"First, we intend to have two hundred and fifty guests. Have you ever catered for that large a number?"
"Of course," Lucy lied as her pulse pounded like an overloaded food processor.
She'd never catered at all. Her mother had handled the catering end of the business, and as far as Lucy knew, the largest order she'd filled was for a hundred people. But Lucy was stubborn and determined. Azad was an experienced chef, and together with their line cook, Butch, and her parents' part-time help, she was confident they could handle two hundred and fifty guests.
"Second, the wedding will take place in two weeks."
Only two weeks to prepare? The pressure tightened in her chest, and her mind whirled with all the details that would be required. The labor would be a problem, but she'd come up with something. Katie was always willing to help out, and there were college kids looking for summer jobs.
"And most important, news of the wedding must be kept as secret as possible, understand?" Victoria said.
Now this posed a different type of challenge. Gossip in Ocean Crest traveled as fast as greased lightning. It didn't help that the Town News was run by Stan Slade, a former New York City reporter who was always hungry for a story. Lucy recalled how hard it had been to keep things under wraps two months ago when the town's new health inspector had been murdered. It had been pretourist season then and Ocean Crest had been quiet, but now that it was late June, the town swelled with tourists and it was impossible to find a vacant parking spot. Talk was sure to start if anyone spotted Scarlet on the street or the boardwalk.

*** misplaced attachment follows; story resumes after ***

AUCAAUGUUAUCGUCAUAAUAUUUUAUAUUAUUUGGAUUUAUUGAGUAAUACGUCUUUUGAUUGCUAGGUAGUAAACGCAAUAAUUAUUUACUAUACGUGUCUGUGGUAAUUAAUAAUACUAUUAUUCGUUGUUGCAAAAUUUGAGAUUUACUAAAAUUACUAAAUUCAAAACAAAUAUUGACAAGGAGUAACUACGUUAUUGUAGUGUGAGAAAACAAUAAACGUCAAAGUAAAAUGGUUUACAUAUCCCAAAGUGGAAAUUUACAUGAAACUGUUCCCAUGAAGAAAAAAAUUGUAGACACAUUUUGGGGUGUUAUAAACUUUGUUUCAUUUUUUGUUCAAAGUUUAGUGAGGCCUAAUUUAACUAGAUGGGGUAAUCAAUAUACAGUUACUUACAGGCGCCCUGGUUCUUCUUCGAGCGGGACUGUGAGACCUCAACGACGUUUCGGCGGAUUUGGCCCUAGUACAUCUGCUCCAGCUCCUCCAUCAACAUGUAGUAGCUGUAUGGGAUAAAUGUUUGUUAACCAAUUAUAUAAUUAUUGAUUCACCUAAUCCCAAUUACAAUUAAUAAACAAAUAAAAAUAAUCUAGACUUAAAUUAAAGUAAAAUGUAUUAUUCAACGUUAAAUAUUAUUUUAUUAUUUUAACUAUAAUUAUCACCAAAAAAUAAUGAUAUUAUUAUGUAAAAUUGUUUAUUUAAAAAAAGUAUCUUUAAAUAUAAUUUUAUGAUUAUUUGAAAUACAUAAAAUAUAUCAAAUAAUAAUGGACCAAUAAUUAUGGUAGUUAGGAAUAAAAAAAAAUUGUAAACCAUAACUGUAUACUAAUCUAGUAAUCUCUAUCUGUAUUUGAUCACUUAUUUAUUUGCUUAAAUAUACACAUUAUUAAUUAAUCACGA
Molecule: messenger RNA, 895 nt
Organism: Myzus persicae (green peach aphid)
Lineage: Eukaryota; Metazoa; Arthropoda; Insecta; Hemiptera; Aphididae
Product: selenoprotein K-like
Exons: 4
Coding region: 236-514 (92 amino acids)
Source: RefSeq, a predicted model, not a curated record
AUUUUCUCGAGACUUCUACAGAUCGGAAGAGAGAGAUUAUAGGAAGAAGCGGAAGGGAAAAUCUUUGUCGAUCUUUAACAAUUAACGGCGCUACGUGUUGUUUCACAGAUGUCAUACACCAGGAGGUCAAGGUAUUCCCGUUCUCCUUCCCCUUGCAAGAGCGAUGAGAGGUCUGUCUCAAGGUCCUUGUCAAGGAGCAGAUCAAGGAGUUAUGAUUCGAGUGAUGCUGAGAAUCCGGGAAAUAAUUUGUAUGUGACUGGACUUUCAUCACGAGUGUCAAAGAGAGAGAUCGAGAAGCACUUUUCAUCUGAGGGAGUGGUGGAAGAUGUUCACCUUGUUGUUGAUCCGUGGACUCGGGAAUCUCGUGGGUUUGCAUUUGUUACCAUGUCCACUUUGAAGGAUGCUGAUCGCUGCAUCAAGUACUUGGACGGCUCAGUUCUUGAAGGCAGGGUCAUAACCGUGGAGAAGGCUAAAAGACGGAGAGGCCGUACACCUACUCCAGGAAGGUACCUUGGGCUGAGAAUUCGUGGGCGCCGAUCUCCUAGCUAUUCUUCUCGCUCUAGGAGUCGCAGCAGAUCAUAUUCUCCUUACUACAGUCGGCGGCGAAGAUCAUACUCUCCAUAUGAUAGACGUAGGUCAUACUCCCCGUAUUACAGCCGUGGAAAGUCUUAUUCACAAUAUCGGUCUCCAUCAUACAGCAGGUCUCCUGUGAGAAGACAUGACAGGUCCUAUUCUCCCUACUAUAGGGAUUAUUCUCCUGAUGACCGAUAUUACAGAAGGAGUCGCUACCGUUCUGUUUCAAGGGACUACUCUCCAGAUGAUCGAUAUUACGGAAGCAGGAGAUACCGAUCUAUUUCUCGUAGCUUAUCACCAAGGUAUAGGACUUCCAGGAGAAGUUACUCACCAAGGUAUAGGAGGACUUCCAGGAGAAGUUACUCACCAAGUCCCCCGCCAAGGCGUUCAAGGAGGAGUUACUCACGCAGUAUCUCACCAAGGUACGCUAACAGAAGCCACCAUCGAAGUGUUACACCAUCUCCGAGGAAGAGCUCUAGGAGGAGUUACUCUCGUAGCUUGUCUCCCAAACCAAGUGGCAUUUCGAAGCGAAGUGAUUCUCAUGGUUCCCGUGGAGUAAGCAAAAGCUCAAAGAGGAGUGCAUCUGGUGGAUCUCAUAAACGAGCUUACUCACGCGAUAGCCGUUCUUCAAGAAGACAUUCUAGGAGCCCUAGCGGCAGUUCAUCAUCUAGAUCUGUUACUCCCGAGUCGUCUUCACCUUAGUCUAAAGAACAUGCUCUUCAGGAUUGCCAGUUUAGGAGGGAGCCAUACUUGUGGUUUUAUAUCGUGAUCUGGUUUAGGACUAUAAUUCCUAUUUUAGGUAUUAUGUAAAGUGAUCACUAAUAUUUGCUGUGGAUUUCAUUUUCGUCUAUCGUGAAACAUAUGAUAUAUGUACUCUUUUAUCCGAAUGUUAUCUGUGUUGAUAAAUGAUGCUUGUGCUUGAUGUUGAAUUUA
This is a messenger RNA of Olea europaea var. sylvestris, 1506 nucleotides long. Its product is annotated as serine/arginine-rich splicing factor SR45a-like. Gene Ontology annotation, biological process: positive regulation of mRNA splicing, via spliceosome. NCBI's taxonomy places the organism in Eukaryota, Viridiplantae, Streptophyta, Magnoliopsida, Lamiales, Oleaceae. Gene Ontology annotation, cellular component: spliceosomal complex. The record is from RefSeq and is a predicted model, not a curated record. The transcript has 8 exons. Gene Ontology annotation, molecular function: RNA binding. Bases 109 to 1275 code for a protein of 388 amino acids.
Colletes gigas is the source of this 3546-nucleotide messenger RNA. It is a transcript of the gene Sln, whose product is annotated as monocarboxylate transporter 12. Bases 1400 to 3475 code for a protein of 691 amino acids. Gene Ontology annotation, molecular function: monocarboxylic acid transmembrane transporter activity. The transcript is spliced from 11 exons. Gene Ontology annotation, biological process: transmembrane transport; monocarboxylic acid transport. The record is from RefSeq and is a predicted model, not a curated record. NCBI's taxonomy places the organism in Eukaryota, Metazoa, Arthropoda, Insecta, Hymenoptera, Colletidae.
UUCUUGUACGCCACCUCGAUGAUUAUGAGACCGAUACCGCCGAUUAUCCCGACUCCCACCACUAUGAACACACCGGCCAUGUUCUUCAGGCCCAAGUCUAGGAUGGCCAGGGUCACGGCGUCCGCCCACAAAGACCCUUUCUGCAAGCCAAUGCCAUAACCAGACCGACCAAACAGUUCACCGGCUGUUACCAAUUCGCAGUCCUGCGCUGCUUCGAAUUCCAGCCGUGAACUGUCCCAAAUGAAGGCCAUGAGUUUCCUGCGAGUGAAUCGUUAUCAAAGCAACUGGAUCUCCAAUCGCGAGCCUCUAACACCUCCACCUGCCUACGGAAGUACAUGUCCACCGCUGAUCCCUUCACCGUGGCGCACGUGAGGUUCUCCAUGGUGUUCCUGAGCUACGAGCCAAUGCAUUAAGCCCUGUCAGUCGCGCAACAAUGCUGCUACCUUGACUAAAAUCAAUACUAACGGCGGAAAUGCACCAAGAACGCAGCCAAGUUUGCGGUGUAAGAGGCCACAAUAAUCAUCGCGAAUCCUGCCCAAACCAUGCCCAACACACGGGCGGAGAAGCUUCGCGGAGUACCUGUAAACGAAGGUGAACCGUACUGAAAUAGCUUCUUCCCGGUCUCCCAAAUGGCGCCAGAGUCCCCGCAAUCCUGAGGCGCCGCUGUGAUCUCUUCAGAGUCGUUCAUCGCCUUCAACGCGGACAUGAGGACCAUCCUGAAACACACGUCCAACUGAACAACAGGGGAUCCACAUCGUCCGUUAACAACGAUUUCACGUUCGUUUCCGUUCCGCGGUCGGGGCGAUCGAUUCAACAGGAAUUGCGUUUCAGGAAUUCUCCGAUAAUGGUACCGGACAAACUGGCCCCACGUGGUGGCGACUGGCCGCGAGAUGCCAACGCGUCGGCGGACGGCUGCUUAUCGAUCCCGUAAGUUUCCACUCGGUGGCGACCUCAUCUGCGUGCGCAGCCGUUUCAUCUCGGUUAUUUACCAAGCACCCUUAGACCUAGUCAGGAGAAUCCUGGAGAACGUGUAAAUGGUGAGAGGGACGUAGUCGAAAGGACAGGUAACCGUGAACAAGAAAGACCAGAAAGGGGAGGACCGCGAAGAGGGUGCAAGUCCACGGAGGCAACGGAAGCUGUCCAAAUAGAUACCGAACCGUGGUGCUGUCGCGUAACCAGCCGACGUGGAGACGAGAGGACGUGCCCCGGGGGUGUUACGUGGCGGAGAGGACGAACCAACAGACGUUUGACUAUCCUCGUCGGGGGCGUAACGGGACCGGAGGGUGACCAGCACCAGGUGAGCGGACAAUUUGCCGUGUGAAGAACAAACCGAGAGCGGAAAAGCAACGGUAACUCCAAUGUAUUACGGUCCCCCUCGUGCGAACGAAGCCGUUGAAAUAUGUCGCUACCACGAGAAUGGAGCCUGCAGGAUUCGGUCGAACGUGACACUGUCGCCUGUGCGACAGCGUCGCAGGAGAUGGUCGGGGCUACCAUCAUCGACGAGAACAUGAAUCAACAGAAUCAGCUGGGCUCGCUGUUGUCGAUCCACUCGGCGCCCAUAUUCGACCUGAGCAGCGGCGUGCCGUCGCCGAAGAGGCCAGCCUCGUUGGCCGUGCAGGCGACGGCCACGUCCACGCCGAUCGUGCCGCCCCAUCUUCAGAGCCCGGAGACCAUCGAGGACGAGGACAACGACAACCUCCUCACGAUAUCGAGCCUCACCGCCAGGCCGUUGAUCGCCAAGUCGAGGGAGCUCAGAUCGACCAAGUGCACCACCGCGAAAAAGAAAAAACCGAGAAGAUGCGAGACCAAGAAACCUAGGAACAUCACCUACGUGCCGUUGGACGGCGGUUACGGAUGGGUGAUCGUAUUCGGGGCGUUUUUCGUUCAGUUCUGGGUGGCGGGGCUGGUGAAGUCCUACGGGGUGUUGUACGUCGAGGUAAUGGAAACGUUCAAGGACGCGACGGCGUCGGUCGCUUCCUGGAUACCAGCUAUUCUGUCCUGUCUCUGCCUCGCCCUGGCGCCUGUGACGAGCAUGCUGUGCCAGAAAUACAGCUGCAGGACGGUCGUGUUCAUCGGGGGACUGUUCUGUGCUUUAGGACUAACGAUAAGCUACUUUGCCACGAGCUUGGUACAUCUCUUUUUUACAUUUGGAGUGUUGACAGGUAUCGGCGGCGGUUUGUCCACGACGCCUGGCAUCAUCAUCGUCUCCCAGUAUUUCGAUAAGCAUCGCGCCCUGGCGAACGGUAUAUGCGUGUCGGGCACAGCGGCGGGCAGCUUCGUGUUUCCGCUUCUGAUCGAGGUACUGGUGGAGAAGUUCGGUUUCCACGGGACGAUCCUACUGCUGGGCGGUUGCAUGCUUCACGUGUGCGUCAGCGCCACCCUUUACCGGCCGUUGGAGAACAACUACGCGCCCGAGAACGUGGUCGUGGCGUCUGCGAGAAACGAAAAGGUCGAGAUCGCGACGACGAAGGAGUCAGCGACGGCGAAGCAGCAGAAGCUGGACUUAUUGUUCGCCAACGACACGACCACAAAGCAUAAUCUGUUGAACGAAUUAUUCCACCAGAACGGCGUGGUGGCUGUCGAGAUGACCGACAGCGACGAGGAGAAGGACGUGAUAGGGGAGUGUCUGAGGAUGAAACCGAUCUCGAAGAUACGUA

"I'll do everything in my power to keep it quiet. Only my staff will know, and they can be trusted. But what if you're seen in town? Surely people will ask questions."
Victoria cleared her throat. "Yes, but like Ms. Westwood said, she now owns a shore home in town. People have no reason to suspect she's getting married."
Both women stood. Victoria handed Lucy a business card. "Here's my personal cell number. I'll be in touch to go over the menu for the cocktail hour and the reception. Some of the guests have dietary restrictions that must be accommodated."
"Of course," Lucy said.
Scarlet reached into her purse and slipped her sunglasses back on. Lucy thought the disguise did little to conceal her true appearance. "You must wonder why I would want my wedding kept a secret when I live in the limelight."
"No." Yes. Scarlet's escapades and lavish lifestyle were blasted weekly in the tabloids and television celebrity shows. Bad publicity only served to add to her impressive number of young fans.
"A large part of my life is for public display," Scarlet said, "but my wedding is different. I want that one day for myself."
Good luck, Lucy almost slipped, then bit her lip. It would take a small army of personal bodyguards to keep a wedding of that size secret. Even the guests could leak details of the wedding to the press. Nothing was off limits when it came to Scarlet and publicity. Did she plan on blindfolding two hundred and fifty people and driving them in large buses to the wedding? On an off-season day, that felt like much of Ocean Crest's entire population.
As soon as the women left, Emma and Sally, a longtime waitress at the restaurant, rushed over. Both wore their uniforms — black slacks, button-down white shirts, and red aprons — and their faces were anxious with anticipation.
"Well? What did Scarlet Westwood want?" Emma asked.
"She wants Kebab Kitchen to cater her wedding." Lucy still couldn't believe it.
"That's fantastic!" Sally said.